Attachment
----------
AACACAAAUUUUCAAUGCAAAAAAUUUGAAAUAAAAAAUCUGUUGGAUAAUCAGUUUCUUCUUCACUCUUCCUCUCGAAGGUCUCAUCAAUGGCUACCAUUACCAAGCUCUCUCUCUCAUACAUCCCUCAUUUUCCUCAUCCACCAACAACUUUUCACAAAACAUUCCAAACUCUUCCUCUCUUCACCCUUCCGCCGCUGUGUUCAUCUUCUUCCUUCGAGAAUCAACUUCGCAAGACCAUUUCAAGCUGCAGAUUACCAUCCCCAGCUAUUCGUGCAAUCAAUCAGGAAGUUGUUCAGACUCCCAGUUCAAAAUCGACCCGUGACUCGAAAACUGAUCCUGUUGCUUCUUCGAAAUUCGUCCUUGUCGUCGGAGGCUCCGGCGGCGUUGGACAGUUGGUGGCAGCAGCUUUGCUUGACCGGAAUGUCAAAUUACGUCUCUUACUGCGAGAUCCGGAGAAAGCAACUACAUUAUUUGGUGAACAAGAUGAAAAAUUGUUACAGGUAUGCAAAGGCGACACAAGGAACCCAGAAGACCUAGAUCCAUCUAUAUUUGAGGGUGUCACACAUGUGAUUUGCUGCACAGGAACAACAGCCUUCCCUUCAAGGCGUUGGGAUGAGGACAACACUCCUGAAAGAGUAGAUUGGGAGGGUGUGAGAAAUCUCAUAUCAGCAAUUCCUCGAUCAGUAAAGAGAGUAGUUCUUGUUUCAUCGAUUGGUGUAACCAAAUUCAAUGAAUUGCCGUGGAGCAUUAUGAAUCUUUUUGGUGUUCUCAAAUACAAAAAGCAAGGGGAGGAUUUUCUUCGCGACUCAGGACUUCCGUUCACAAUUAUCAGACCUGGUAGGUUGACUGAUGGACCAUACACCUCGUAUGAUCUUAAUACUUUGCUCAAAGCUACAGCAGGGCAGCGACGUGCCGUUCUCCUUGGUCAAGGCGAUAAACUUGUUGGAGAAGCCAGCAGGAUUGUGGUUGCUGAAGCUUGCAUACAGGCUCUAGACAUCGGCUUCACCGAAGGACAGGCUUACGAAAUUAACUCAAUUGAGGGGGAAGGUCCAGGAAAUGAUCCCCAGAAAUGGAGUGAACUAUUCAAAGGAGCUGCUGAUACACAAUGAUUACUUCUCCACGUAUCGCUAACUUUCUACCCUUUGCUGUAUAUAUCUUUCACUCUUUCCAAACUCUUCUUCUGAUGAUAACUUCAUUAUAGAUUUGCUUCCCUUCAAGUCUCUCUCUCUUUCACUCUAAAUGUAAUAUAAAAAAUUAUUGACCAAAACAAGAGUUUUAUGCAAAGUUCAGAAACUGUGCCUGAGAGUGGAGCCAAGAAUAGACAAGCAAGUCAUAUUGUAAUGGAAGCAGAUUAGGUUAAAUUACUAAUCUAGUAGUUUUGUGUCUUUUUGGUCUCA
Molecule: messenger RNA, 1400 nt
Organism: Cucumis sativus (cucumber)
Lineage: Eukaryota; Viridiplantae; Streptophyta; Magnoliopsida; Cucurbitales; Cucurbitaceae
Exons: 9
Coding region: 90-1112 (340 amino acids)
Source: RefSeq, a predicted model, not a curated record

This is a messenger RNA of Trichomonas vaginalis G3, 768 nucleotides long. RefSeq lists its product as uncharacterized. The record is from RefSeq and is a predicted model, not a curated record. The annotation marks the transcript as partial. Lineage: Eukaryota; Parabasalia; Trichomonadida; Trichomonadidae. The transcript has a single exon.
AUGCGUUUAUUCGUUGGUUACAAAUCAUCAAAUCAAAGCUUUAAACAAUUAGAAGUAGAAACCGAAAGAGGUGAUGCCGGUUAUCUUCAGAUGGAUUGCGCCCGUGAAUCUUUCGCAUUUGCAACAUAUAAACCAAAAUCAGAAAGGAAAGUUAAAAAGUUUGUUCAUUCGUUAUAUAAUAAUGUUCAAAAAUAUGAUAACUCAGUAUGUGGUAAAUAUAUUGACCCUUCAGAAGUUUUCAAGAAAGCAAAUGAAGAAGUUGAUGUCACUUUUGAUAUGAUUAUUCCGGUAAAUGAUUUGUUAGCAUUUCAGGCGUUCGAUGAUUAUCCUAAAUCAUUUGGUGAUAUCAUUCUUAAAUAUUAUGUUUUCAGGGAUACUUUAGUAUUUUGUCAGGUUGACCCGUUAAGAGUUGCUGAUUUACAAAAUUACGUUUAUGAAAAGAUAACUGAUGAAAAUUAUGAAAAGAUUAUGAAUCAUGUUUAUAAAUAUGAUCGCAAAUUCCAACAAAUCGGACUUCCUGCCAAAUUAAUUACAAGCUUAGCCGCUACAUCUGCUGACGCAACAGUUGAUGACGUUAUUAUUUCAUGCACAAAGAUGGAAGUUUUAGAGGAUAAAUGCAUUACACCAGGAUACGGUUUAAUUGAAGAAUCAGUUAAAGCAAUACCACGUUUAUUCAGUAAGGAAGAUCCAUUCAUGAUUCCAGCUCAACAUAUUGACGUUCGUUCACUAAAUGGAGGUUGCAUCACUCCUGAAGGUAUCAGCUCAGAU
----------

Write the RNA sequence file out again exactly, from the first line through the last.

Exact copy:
AACACAAAUUUUCAAUGCAAAAAAUUUGAAAUAAAAAAUCUGUUGGAUAAUCAGUUUCUUCUUCACUCUUCCUCUCGAAGGUCUCAUCAAUGGCUACCAUUACCAAGCUCUCUCUCUCAUACAUCCCUCAUUUUCCUCAUCCACCAACAACUUUUCACAAAACAUUCCAAACUCUUCCUCUCUUCACCCUUCCGCCGCUGUGUUCAUCUUCUUCCUUCGAGAAUCAACUUCGCAAGACCAUUUCAAGCUGCAGAUUACCAUCCCCAGCUAUUCGUGCAAUCAAUCAGGAAGUUGUUCAGACUCCCAGUUCAAAAUCGACCCGUGACUCGAAAACUGAUCCUGUUGCUUCUUCGAAAUUCGUCCUUGUCGUCGGAGGCUCCGGCGGCGUUGGACAGUUGGUGGCAGCAGCUUUGCUUGACCGGAAUGUCAAAUUACGUCUCUUACUGCGAGAUCCGGAGAAAGCAACUACAUUAUUUGGUGAACAAGAUGAAAAAUUGUUACAGGUAUGCAAAGGCGACACAAGGAACCCAGAAGACCUAGAUCCAUCUAUAUUUGAGGGUGUCACACAUGUGAUUUGCUGCACAGGAACAACAGCCUUCCCUUCAAGGCGUUGGGAUGAGGACAACACUCCUGAAAGAGUAGAUUGGGAGGGUGUGAGAAAUCUCAUAUCAGCAAUUCCUCGAUCAGUAAAGAGAGUAGUUCUUGUUUCAUCGAUUGGUGUAACCAAAUUCAAUGAAUUGCCGUGGAGCAUUAUGAAUCUUUUUGGUGUUCUCAAAUACAAAAAGCAAGGGGAGGAUUUUCUUCGCGACUCAGGACUUCCGUUCACAAUUAUCAGACCUGGUAGGUUGACUGAUGGACCAUACACCUCGUAUGAUCUUAAUACUUUGCUCAAAGCUACAGCAGGGCAGCGACGUGCCGUUCUCCUUGGUCAAGGCGAUAAACUUGUUGGAGAAGCCAGCAGGAUUGUGGUUGCUGAAGCUUGCAUACAGGCUCUAGACAUCGGCUUCACCGAAGGACAGGCUUACGAAAUUAACUCAAUUGAGGGGGAAGGUCCAGGAAAUGAUCCCCAGAAAUGGAGUGAACUAUUCAAAGGAGCUGCUGAUACACAAUGAUUACUUCUCCACGUAUCGCUAACUUUCUACCCUUUGCUGUAUAUAUCUUUCACUCUUUCCAAACUCUUCUUCUGAUGAUAACUUCAUUAUAGAUUUGCUUCCCUUCAAGUCUCUCUCUCUUUCACUCUAAAUGUAAUAUAAAAAAUUAUUGACCAAAACAAGAGUUUUAUGCAAAGUUCAGAAACUGUGCCUGAGAGUGGAGCCAAGAAUAGACAAGCAAGUCAUAUUGUAAUGGAAGCAGAUUAGGUUAAAUUACUAAUCUAGUAGUUUUGUGUCUUUUUGGUCUCA
Molecule: messenger RNA, 1400 nt
Organism: Cucumis sativus (cucumber)
Lineage: Eukaryota; Viridiplantae; Streptophyta; Magnoliopsida; Cucurbitales; Cucurbitaceae
Exons: 9
Coding region: 90-1112 (340 amino acids)
Source: RefSeq, a predicted model, not a curated record

This is a messenger RNA of Trichomonas vaginalis G3, 768 nucleotides long. RefSeq lists its product as uncharacterized. The record is from RefSeq and is a predicted model, not a curated record. The annotation marks the transcript as partial. Lineage: Eukaryota; Parabasalia; Trichomonadida; Trichomonadidae. The transcript has a single exon.
AUGCGUUUAUUCGUUGGUUACAAAUCAUCAAAUCAAAGCUUUAAACAAUUAGAAGUAGAAACCGAAAGAGGUGAUGCCGGUUAUCUUCAGAUGGAUUGCGCCCGUGAAUCUUUCGCAUUUGCAACAUAUAAACCAAAAUCAGAAAGGAAAGUUAAAAAGUUUGUUCAUUCGUUAUAUAAUAAUGUUCAAAAAUAUGAUAACUCAGUAUGUGGUAAAUAUAUUGACCCUUCAGAAGUUUUCAAGAAAGCAAAUGAAGAAGUUGAUGUCACUUUUGAUAUGAUUAUUCCGGUAAAUGAUUUGUUAGCAUUUCAGGCGUUCGAUGAUUAUCCUAAAUCAUUUGGUGAUAUCAUUCUUAAAUAUUAUGUUUUCAGGGAUACUUUAGUAUUUUGUCAGGUUGACCCGUUAAGAGUUGCUGAUUUACAAAAUUACGUUUAUGAAAAGAUAACUGAUGAAAAUUAUGAAAAGAUUAUGAAUCAUGUUUAUAAAUAUGAUCGCAAAUUCCAACAAAUCGGACUUCCUGCCAAAUUAAUUACAAGCUUAGCCGCUACAUCUGCUGACGCAACAGUUGAUGACGUUAUUAUUUCAUGCACAAAGAUGGAAGUUUUAGAGGAUAAAUGCAUUACACCAGGAUACGGUUUAAUUGAAGAAUCAGUUAAAGCAAUACCACGUUUAUUCAGUAAGGAAGAUCCAUUCAUGAUUCCAGCUCAACAUAUUGACGUUCGUUCACUAAAUGGAGGUUGCAUCACUCCUGAAGGUAUCAGCUCAGAU